We moved to South Carolina blindly for my job, and for a very long time, it was just us. No family here, no friends. So everywhere I go, I see reminders of him, of day trips, of facts he recited and stories I told. I live in our apartment. I sleep in our bed. His bookshelf is here, empty. Don't get me wrong - I don't want him here. Even with all the trouble it brings, having him a thousand miles away suits me just fine. But it's hard sometimes to be optimistic about the future when your present is still saturated with reminders of such a big, painful part of your past.
Because of this, I find that my mind frequently drifts back to California - mainly due to the fact that it's a place where he didn't exist. I knew him then, we talked often, I visited him in Chicago and we visited San Francisco together - but actual presence in Merced, my small city in the middle of nowhere ... that was all mine, for better or for worse.
Sometimes I wish that my family had been able to visit me there. That maybe it would've changed something, or maybe they would have at least understood why I was so desperate to leave, why I wanted so badly to be back with the boy I knew in Chicago, why he seemed like a good choice at the time. My father drove to California with me, so he's the only one close to me who ever saw my apartment, the school where I worked, the town where I lived. He's the only one who met the man I loved so deeply there, and I'll never forget coming home from my first date with him and the joy on my dad's face as he exclaimed, "Not even a week here, and my daughter meets a handsome doctor!" It's hard not to think about that whole situation, especially knowing what happened next for me, and not feel like I let my dad down.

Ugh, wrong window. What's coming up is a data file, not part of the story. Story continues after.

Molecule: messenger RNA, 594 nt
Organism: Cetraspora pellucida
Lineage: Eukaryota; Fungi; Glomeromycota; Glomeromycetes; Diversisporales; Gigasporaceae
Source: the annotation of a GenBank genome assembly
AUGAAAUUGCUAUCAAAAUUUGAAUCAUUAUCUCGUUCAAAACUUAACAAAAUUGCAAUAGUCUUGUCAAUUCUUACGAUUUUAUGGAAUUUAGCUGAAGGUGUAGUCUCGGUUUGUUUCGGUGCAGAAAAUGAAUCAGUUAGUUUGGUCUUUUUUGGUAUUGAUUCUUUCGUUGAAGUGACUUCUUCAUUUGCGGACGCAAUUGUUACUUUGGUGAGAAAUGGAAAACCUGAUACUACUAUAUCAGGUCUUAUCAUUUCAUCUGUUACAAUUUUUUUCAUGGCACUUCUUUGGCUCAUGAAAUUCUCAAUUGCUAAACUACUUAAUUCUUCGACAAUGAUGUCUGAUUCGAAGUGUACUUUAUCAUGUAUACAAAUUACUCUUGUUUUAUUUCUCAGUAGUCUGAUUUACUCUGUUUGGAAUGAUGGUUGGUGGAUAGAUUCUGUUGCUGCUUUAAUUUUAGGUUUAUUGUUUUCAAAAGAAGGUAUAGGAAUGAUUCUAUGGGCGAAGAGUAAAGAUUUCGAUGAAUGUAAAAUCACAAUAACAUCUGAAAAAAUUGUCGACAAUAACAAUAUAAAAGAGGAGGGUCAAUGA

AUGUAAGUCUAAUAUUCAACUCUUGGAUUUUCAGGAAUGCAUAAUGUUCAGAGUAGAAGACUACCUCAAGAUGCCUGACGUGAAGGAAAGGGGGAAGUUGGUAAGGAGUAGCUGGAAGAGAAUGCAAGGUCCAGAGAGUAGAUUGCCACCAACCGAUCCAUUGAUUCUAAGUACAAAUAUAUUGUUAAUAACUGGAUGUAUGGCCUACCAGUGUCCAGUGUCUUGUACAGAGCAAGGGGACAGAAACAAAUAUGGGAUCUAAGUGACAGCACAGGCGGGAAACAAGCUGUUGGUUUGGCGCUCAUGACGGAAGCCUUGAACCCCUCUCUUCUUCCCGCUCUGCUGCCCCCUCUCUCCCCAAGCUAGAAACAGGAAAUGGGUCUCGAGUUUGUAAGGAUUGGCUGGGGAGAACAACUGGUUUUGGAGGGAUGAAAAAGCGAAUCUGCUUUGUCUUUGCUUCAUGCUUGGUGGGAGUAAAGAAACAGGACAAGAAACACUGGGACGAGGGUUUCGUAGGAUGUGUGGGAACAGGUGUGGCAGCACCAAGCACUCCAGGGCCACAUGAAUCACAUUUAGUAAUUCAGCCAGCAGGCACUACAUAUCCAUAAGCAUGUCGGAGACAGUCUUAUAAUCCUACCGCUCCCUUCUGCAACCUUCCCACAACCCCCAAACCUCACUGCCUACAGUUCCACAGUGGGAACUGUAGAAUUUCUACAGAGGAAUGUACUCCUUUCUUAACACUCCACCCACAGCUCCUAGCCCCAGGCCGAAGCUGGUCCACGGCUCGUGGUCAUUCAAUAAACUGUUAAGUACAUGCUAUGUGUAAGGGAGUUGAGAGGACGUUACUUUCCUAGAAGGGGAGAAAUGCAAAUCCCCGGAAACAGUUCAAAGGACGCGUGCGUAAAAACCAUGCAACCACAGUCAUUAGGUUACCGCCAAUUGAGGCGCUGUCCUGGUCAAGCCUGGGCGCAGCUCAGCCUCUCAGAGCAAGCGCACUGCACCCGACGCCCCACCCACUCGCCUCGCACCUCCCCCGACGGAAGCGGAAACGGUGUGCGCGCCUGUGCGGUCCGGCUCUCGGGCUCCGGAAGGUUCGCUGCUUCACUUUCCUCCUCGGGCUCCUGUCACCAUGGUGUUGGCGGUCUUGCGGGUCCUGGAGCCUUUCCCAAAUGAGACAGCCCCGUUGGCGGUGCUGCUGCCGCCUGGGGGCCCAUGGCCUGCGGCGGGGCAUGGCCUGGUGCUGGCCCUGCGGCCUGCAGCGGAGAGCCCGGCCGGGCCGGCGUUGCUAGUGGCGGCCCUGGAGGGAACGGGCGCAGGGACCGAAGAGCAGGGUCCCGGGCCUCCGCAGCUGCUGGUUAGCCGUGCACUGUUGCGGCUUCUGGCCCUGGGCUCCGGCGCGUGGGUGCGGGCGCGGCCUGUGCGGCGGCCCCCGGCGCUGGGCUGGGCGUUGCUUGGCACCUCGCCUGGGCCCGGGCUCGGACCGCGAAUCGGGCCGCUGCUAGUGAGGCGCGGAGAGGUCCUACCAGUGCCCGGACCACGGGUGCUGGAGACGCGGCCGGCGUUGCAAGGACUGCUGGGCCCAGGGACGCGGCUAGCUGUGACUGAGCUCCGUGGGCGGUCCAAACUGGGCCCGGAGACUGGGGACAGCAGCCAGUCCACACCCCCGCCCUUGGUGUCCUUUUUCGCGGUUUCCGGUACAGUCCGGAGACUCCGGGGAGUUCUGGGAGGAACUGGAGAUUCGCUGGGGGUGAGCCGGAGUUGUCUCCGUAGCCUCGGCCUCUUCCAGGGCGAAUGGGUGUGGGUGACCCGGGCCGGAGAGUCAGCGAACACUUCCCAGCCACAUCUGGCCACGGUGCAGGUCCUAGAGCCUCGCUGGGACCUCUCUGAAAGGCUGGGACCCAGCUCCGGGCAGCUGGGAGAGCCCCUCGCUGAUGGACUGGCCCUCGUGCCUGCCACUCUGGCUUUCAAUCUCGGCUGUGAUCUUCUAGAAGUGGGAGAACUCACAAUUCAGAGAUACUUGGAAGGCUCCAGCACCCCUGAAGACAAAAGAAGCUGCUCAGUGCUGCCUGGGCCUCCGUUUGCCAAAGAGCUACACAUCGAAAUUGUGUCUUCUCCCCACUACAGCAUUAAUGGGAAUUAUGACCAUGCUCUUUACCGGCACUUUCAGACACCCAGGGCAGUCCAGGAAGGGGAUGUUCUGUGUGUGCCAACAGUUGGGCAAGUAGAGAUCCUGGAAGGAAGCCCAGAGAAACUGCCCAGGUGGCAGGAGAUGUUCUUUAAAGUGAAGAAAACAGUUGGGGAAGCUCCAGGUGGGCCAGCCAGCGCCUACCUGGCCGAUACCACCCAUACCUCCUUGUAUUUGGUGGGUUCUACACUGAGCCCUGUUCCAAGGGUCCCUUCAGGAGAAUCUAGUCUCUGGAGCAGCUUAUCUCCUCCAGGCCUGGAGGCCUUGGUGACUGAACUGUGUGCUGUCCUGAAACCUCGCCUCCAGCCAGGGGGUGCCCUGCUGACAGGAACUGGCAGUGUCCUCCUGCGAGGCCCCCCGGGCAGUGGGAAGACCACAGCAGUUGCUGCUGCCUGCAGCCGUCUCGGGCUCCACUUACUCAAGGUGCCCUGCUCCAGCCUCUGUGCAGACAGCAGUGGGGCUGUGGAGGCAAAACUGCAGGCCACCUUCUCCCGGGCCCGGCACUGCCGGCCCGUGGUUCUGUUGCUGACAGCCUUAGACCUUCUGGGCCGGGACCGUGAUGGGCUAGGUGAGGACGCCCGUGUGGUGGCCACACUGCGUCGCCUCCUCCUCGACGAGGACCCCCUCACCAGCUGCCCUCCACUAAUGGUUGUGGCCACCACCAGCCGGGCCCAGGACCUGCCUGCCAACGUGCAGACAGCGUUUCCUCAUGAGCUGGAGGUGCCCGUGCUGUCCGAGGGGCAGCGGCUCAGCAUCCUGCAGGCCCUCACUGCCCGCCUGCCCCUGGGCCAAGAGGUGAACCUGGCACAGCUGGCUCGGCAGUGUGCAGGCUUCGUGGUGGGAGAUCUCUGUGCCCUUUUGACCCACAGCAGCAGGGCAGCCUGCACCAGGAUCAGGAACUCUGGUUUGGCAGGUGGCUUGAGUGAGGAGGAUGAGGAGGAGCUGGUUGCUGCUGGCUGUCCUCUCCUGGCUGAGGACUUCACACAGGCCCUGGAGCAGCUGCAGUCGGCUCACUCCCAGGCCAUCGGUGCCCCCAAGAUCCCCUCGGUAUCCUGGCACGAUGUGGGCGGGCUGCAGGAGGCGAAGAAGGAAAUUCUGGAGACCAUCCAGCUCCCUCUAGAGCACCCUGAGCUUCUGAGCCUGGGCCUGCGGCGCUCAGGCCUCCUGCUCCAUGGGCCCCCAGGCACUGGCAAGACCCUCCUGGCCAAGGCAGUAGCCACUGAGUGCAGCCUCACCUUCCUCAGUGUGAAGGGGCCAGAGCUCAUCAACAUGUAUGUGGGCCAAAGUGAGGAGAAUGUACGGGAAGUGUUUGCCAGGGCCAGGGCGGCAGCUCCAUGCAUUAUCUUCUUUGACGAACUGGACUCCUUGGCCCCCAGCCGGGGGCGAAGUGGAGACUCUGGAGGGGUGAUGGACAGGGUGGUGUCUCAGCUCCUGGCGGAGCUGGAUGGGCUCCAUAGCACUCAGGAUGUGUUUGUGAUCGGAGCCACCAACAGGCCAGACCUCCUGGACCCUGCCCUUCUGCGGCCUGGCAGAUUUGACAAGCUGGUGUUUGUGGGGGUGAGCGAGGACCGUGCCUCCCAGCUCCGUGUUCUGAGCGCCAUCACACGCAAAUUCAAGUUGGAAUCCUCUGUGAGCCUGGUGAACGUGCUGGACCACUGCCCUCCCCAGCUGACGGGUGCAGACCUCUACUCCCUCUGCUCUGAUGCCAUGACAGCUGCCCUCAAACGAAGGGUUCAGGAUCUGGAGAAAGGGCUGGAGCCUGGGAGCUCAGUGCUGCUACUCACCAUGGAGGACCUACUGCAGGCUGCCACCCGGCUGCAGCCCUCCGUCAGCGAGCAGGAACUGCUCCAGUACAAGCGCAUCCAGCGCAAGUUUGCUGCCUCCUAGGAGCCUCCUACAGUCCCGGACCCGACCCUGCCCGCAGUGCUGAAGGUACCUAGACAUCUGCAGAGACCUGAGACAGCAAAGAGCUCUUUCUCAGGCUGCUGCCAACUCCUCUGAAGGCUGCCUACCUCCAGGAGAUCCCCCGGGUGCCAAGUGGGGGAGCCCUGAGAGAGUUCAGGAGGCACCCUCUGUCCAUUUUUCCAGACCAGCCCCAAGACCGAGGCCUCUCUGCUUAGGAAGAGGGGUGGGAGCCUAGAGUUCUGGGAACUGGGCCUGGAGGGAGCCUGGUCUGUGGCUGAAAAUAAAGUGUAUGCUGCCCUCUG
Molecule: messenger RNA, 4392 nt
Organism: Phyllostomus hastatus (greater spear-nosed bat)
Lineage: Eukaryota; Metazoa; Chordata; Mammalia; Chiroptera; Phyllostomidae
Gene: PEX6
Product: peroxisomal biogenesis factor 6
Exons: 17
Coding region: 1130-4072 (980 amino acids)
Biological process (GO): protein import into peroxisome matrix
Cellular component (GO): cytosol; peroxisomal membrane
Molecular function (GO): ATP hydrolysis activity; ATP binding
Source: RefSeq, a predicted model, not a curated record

Last year, I made a resolution to write a poem every single day. My life felt so stagnant and uncreative, I needed to do something to find my way back to my happiest self. At the end of the year, I sent them off, and now I have a nice 300+ page professional-looking book of my work, a diary documenting such an incredibly full year of my life. Frustrations about work, family arguments, depression about my weight, parenting exhaustion - they're all there. There's a poem for the day I told my husband I wanted a divorce, there's a poem for the day he left, and there are many, many more detailing every emotion fueled by these events and their aftermath.